Juan Domingo Perón. Source: ThoughtCo / Getty Images
1. Did [Juan Domingo] Perón shelter Nazis after WWII?
A: Yes. Perón helped fleeing Nazis escape Europe and gave them refuge in Argentina.
2. If “Yes” - what were his motives for doing so?
A: His motives were multi-faceted:
- He viewed Nazis as brothers in arms and helped them on that basis;
- He believed they could strategically help Argentina if the USA and USSR went to war;
- He sought their technical expertise as did the USA (Operation Paperclip) and the Soviets (Operation Osoaviakhim).
Note: A complete list of sources used in compiling this answer is included at the very bottom. Only a few in-line sources are used or cited, to try to keep the answer a little more legible.
1. Did [Juan Domingo] Perón actively interpose to bring Nazis over [to Argentina]?
Perhaps interpose is not what was meant by the Question, since interposing implies inserting oneself into a situation to change a behavior or outcome, and since Perón was the head of his government, no interposing was necessary (as a dictator, the government would do his bidding as directed without opposition), as well as the fact that opposition to the policy was minimal in Argentina at the time. There was a large German, Italian and Spanish presence and influence in Argentina, with natural sympathies for the Axis powers being widespread.
However, if the Question was meant to determine if Perón played an active and leading part in providing haven to Nazis after the war, the answer to #1 above is "Yes."
Contrary to some reports though, the "Ratlines" were not first established by Perón. As the Wiki Ratlines article indicates:
The origins of the first ratlines are connected to various developments in Vatican-Argentine relations before and during World War II. As early as 1942, Monsignor Luigi Maglione contacted Ambassador Llobet, inquiring as to the "willingness of the government of the Argentine Republic to apply its immigration law generously, in order to encourage at the opportune moment European immigrants to seek the necessary land and capital in our country".
This article (combined with other sources, all listed below) documents the foundations of the Ratlines before Perón was elected president in February 1946. At first, the Ratlines were used for smuggling and laundering stolen Nazi treasures, gold and money to various places outside Nazi-controlled territory (including Argentina). The Ratlines were later adopted for use in also smuggling people. Perón certainly made use of them for smuggling Nazis into Argentina, but he did not establish them.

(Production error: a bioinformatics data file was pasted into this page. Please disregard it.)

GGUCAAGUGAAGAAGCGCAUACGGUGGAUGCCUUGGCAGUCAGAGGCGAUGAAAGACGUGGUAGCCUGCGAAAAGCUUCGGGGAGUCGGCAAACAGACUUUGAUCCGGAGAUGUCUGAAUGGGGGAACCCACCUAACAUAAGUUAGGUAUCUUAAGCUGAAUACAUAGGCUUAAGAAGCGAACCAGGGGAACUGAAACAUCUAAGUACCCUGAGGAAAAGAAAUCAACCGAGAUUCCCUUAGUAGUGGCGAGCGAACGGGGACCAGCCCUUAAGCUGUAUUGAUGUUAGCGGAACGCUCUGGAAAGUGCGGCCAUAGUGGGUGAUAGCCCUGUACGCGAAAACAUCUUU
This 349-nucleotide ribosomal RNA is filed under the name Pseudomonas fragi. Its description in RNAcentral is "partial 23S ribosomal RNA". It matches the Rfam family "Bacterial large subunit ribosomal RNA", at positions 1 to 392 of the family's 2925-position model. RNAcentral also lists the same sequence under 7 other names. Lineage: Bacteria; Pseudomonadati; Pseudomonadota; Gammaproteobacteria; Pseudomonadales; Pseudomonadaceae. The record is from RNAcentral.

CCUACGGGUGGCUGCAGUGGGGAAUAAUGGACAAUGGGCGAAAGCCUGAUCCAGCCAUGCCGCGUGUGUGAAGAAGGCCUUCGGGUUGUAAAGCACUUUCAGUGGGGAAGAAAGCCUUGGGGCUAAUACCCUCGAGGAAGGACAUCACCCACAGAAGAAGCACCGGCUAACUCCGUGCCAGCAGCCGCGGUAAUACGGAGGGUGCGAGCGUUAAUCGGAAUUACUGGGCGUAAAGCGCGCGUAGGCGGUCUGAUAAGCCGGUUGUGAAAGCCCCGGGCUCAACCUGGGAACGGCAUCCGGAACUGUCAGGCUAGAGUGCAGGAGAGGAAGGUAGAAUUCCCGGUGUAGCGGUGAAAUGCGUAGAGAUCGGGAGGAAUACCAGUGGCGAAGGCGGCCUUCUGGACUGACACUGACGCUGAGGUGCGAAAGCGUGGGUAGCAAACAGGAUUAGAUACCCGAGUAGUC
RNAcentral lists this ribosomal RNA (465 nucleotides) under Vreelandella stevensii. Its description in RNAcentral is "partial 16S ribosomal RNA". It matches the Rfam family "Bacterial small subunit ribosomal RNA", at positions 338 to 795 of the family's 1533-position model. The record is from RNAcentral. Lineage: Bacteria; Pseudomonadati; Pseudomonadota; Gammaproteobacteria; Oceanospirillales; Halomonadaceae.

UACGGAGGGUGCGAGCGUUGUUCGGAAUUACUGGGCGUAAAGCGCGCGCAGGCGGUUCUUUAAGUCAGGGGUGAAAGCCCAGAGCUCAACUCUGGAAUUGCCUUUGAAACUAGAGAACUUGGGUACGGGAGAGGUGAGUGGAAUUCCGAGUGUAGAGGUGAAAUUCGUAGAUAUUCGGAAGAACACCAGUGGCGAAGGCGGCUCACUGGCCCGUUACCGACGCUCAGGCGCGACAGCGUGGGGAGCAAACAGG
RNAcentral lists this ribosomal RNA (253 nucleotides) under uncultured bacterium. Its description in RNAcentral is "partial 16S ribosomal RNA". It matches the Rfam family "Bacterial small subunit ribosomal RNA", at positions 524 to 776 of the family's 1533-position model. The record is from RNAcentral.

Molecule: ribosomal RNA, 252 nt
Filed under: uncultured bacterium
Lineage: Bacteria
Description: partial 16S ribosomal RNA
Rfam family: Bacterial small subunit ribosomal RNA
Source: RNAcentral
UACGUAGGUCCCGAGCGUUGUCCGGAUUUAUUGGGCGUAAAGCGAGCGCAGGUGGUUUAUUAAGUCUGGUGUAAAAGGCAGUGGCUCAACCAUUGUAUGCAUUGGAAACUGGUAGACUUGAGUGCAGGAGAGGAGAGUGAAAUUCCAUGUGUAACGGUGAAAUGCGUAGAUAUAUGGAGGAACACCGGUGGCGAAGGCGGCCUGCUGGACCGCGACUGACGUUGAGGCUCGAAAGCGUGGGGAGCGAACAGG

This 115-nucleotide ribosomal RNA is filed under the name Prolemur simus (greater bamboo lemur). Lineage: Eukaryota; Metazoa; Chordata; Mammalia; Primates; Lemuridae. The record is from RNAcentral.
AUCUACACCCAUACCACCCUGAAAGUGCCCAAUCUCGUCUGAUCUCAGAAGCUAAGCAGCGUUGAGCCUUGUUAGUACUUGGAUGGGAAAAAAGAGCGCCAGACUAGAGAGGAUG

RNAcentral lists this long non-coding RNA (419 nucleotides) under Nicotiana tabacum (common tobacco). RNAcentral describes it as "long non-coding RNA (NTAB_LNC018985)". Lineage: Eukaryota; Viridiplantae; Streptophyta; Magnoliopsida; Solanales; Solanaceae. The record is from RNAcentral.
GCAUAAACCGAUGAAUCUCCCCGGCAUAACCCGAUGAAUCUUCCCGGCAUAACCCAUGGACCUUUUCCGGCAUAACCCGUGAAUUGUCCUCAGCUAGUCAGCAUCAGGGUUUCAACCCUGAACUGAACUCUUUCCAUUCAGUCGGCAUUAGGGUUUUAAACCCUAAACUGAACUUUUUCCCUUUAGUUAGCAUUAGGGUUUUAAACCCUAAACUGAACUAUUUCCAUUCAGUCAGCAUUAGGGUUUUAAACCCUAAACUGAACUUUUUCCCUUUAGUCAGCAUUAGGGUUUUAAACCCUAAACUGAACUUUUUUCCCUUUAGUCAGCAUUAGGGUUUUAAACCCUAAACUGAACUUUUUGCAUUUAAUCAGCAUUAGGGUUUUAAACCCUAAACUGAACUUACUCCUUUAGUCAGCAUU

However, as the Argentine Connection section of the Wiki Ratlines article states:
In his 2002 book, The Real Odessa, Argentine researcher Uki Goñi used new access to the country's archives to show that Argentine diplomats and intelligence officers had, on Perón's instructions, vigorously encouraged Nazi and fascist war criminals to make their home in Argentina. According to Goñi, the Argentines not only collaborated with [Father Krunoslav] Draganović's [Roman San Girolamo] ratline [a highly sophisticated chain with headquarters at the San Girolamo degli Illirici Seminary College in Rome], they set up further ratlines of their own running through Scandinavia, Switzerland and Belgium. [emphasis added]
Also, ThoughtCo's article on Perón and the Nazis explains Peron's active role in recruiting and protecting escaping Nazis like this:
Although it’s never been a secret that many Nazis fled to Argentina after the war, for a while no one suspected just how actively the Perón administration aided them. Perón dispatched agents to Europe – primarily Spain, Italy, Switzerland, and Scandinavia – with orders to facilitate the flight of Nazis and collaborators to Argentina. These men, including Argentine/German former SS agent Carlos Fuldner, helped war criminals and wanted Nazis to flee with money, papers, and travel arrangements. No one was refused: even heartless butchers like Josef Schwammberger and wanted criminals like Adolf Eichmann were sent to South America. Once they arrived in Argentina, they were given money and jobs. The German community in Argentina largely bankrolled the operation through Perón’s government. Many of these refugees met personally with Perón himself.
Perón's inner circle of power that helped the Nazis escape Europe included his wife Eva. The Unredacted article on Odessa: The Nazi Ratline has this to say:
As early as 1945, Eva Peron had an estimated $800m dollars in bank deposits, and vast amounts of gold and diamonds, much of it of Nazi origin.
This money helped former Nazis purchase huge tracts of land in South America and elsewhere and establish whole colonies amenable to German life — protected by former SS officers and Nazi sympathising local thugs.
That Perón's Argentina helped prop up the ratlines (often with Nazi money previoulsy smuggled out through some of those same ratlines), set up some new ones, and actively (even vigorously) recruited and protected Nazi escapees is not in doubt.
2. Assuming 'yes' to the above and that Perón wasn't really a fascist but more like a populist with some fascist sympathies, what motives did he have to host Nazis? E.g. was he looking to feel some engineering cadre or what was his agenda?
First - dealing with the explicit assumptions included in the text of this second part of the Question: that a) Perón "wasn't really a fascist", and b) Perón was "more like a populist"...
Certainly definitions of facism
differ and can be debated, but if one accepts (from the Wiki article) at least in part that facism is:
a form of radical authoritarian ultranationalism, characterized by dictatorial power, forcible suppression of opposition and strong regimentation of society and of the economy... [o]pposed to liberalism, Marxism and anarchism...
Such a [fascist] state is led by a strong leader—such as a dictator and a martial government composed of the members of the governing fascist party—to forge national unity and maintain a stable and orderly society.
then one can reasonably conclude that while Perón may not have been a fascist in name, he was certainly one in deed. His rise to the presidency of Argentina was marked by the same organized oppressive brutalities as was seen in Mussolini's and Hitler's earlier ascensions. That Perón idolized both Mussolini and Hitler is no secret, easily verified by a 20 second internet search, and not subject to debate.
Argentina's "neutrality" in World War II was a facade, not due to merely lukewarm fascist "sympathies" (the Axis powers elicited more than mere "sympathies" from Argentina and Perón) but was more a matter of military pragmatism with a much larger and stronger and pro-Allies neighbor in Brazil. It is documented that Perón actually feared open conflict with Brazil during the years of the European war. For example, an article in The Vintage News on Juan Perón confirms: